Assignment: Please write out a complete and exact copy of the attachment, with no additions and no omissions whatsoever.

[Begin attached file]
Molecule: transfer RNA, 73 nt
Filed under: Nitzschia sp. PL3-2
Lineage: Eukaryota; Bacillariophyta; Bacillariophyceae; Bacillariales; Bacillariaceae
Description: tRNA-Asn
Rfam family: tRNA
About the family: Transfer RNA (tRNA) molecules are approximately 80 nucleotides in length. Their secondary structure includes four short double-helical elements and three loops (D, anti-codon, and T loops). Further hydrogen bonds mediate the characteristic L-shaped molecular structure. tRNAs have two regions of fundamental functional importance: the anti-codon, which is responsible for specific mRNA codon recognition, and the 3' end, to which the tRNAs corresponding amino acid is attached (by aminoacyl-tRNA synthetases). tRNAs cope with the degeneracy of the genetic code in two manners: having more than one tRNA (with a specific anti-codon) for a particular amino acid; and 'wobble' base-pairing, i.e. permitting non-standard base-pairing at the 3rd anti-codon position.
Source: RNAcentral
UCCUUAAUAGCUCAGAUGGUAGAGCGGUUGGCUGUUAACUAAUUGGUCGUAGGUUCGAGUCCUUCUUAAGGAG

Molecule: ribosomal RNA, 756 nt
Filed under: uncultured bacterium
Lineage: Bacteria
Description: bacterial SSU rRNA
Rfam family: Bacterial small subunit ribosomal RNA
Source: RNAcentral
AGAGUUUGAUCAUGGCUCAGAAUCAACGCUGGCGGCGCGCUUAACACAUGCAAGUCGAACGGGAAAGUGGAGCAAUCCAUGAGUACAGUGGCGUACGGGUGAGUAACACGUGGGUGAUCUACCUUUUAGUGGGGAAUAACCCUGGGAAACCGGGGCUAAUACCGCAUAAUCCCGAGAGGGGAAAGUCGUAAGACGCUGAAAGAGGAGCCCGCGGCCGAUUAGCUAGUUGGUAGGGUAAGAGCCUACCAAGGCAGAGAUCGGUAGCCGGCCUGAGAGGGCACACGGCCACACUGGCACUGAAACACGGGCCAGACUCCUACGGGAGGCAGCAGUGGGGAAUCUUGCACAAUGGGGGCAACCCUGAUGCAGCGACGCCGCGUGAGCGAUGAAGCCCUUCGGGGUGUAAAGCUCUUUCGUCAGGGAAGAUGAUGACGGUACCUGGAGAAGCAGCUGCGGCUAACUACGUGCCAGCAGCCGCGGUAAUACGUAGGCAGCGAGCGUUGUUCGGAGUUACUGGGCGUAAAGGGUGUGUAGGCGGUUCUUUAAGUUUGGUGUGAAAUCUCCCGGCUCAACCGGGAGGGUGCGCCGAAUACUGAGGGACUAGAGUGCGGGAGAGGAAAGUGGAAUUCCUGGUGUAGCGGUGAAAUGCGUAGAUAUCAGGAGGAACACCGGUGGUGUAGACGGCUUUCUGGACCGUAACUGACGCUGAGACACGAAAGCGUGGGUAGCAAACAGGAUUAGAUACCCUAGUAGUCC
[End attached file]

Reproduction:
Molecule: transfer RNA, 73 nt
Filed under: Nitzschia sp. PL3-2
Lineage: Eukaryota; Bacillariophyta; Bacillariophyceae; Bacillariales; Bacillariaceae
Description: tRNA-Asn
Rfam family: tRNA
About the family: Transfer RNA (tRNA) molecules are approximately 80 nucleotides in length. Their secondary structure includes four short double-helical elements and three loops (D, anti-codon, and T loops). Further hydrogen bonds mediate the characteristic L-shaped molecular structure. tRNAs have two regions of fundamental functional importance: the anti-codon, which is responsible for specific mRNA codon recognition, and the 3' end, to which the tRNAs corresponding amino acid is attached (by aminoacyl-tRNA synthetases). tRNAs cope with the degeneracy of the genetic code in two manners: having more than one tRNA (with a specific anti-codon) for a particular amino acid; and 'wobble' base-pairing, i.e. permitting non-standard base-pairing at the 3rd anti-codon position.
Source: RNAcentral
UCCUUAAUAGCUCAGAUGGUAGAGCGGUUGGCUGUUAACUAAUUGGUCGUAGGUUCGAGUCCUUCUUAAGGAG

Molecule: ribosomal RNA, 756 nt
Filed under: uncultured bacterium
Lineage: Bacteria
Description: bacterial SSU rRNA
Rfam family: Bacterial small subunit ribosomal RNA
Source: RNAcentral
AGAGUUUGAUCAUGGCUCAGAAUCAACGCUGGCGGCGCGCUUAACACAUGCAAGUCGAACGGGAAAGUGGAGCAAUCCAUGAGUACAGUGGCGUACGGGUGAGUAACACGUGGGUGAUCUACCUUUUAGUGGGGAAUAACCCUGGGAAACCGGGGCUAAUACCGCAUAAUCCCGAGAGGGGAAAGUCGUAAGACGCUGAAAGAGGAGCCCGCGGCCGAUUAGCUAGUUGGUAGGGUAAGAGCCUACCAAGGCAGAGAUCGGUAGCCGGCCUGAGAGGGCACACGGCCACACUGGCACUGAAACACGGGCCAGACUCCUACGGGAGGCAGCAGUGGGGAAUCUUGCACAAUGGGGGCAACCCUGAUGCAGCGACGCCGCGUGAGCGAUGAAGCCCUUCGGGGUGUAAAGCUCUUUCGUCAGGGAAGAUGAUGACGGUACCUGGAGAAGCAGCUGCGGCUAACUACGUGCCAGCAGCCGCGGUAAUACGUAGGCAGCGAGCGUUGUUCGGAGUUACUGGGCGUAAAGGGUGUGUAGGCGGUUCUUUAAGUUUGGUGUGAAAUCUCCCGGCUCAACCGGGAGGGUGCGCCGAAUACUGAGGGACUAGAGUGCGGGAGAGGAAAGUGGAAUUCCUGGUGUAGCGGUGAAAUGCGUAGAUAUCAGGAGGAACACCGGUGGUGUAGACGGCUUUCUGGACCGUAACUGACGCUGAGACACGAAAGCGUGGGUAGCAAACAGGAUUAGAUACCCUAGUAGUCC